One Day All This Will Come to Nothing, Traverse, Edinburgh

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The Independent Culture

There's a moment in the 1988 Dutch film The Vanishing in which a man hunting for his missing wife is given a horrifying choice: drink from the drugged flask offered to him by a man who may be his wife's murderer, or walk away never knowing whether she lived or died.

There's a moment in the 1988 Dutch film The Vanishing in which a man hunting for his missing wife is given a horrifying choice: drink from the drugged flask offered to him by a man who may be his wife's murderer, or walk away never knowing whether she lived or died. Driven beyond the point of madness by his grief, he slugs down the contents of the flask.

Nothing quite as gruesome happens on the surface of Catherine Grosvenor's debut play about the void left when someone disappears, but there are plenty of characters ready to drink from the hypothetical flask. Because what do you do when someone you love vanishes? What do you do when you don't know whether they've jumped ship to live another life, or jumped off a bridge? When do you stop searching?

Early one morning, Anna, a policewoman, is called to deal with a body found washed up on an urban waterfront, uncomfortably aware of the disappearance of her own boyfriend Mark five days previously. In a desolate field, a boy digs his own grave because he wants to be "under the soil" and not found. Ever. A man sits down in the road, spewing the contents of two plastic bags, but doesn't recognise the name on his library card. In Grosvenor's world - or Anna's - there are endless permutations of Lost.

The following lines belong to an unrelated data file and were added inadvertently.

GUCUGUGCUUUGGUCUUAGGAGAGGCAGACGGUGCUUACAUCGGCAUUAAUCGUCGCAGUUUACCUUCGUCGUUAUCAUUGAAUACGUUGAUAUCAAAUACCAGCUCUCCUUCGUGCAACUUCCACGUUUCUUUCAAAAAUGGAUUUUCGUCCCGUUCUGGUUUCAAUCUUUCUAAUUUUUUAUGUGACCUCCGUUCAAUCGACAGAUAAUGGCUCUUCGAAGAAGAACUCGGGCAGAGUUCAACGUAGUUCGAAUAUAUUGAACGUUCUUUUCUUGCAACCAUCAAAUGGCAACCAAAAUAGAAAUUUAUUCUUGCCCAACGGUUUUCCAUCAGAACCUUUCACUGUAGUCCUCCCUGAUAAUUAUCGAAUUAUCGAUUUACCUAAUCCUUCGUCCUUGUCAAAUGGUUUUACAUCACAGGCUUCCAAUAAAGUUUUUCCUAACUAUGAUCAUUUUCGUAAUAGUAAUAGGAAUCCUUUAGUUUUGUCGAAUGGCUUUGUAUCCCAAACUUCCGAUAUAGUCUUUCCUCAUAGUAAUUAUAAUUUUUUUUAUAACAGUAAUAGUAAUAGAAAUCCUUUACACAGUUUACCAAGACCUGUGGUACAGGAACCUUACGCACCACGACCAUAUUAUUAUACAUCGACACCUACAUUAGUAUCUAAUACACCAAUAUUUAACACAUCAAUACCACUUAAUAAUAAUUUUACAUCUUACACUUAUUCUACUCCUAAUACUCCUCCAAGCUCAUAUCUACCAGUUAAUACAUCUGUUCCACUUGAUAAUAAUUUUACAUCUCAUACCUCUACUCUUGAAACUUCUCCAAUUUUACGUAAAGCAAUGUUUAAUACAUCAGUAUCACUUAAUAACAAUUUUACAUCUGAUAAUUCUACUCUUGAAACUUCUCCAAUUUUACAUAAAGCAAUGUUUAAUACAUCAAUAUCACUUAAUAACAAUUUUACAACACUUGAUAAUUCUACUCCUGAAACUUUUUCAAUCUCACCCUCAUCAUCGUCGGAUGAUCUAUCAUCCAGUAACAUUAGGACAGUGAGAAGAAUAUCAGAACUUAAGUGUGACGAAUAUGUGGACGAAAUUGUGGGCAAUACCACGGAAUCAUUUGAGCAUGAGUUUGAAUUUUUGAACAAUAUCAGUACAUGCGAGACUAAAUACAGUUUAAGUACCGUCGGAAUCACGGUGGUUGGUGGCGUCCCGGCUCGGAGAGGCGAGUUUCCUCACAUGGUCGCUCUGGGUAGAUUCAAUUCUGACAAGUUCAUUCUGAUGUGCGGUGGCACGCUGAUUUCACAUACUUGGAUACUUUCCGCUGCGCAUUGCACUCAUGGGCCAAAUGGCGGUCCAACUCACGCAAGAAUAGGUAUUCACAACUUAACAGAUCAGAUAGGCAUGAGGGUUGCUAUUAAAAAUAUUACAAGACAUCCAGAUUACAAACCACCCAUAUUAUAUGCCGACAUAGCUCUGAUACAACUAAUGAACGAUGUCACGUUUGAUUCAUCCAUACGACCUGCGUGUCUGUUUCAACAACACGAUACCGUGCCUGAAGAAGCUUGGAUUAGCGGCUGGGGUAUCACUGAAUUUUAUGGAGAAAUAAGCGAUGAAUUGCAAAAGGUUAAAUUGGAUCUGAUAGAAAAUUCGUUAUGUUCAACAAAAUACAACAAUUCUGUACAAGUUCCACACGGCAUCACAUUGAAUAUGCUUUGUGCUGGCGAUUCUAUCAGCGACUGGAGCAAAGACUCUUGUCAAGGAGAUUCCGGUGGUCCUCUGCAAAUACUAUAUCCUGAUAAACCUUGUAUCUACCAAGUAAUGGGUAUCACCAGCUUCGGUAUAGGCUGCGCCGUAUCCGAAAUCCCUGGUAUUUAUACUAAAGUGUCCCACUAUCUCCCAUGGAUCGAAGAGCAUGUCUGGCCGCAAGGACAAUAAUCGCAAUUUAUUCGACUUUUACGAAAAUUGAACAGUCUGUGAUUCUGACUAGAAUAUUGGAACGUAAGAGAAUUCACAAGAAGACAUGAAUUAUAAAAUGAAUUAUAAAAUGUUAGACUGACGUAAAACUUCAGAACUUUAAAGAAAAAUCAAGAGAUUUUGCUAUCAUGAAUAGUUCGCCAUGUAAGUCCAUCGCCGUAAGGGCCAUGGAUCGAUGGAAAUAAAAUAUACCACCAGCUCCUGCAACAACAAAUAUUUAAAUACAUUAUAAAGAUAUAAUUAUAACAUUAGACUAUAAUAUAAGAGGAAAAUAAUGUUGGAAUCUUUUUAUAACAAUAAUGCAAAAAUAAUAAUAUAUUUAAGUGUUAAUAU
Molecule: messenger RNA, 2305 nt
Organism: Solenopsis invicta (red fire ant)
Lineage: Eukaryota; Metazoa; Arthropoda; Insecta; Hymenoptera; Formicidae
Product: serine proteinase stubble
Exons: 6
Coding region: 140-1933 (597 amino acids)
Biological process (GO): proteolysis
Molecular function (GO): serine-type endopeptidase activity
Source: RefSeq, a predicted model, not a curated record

There are some desperately moving moments in this play, and an occasional refreshingly surreal kick. Director Philip Howard initially creates a nice ambiguity, but there's a jarring fault line, 10 minutes in. Just when we're soaking up the sublimely tragic image of the boy digging himself a hole to die in, enjoying not being able to decide if he is dead or alive, in Heaven or in Hell, we're plonked unceremoniously into a city-centre club in which his saviour is a guardian angel with rather more earthly desires.

Despite this inconsistency, a very strong cast gives some great performances, notably Molly Innes as Anna, who injects an enormous truth and subtlety into her portrayal of a woman faced with the impossibility of grasping the unknown. In WPC Anna's black-and-white-checked world, everyone is missing, amnesiac, kept in a cage in a wardrobe or fished out of a river, unrecognisable - and this time, it's personal.

If anything, the screw is turned just a little too tight on all these lost souls, whether they're the boozers who abandon their belongings or the father come from abroad to photograph the body of his murdered daughter so that his wife will see, and therefore believe, that she is dead.

Amid flashes of taut writing, the dramatic flow is sometimes dammed, with no palpable sense of time passing. In a play about not knowing, it helps to have some anchor with which to gauge the abyss of the unknown. But when the threads are skilfully drawn together in the final moments, we are plunged into the heart of what it means to lose and to live on.

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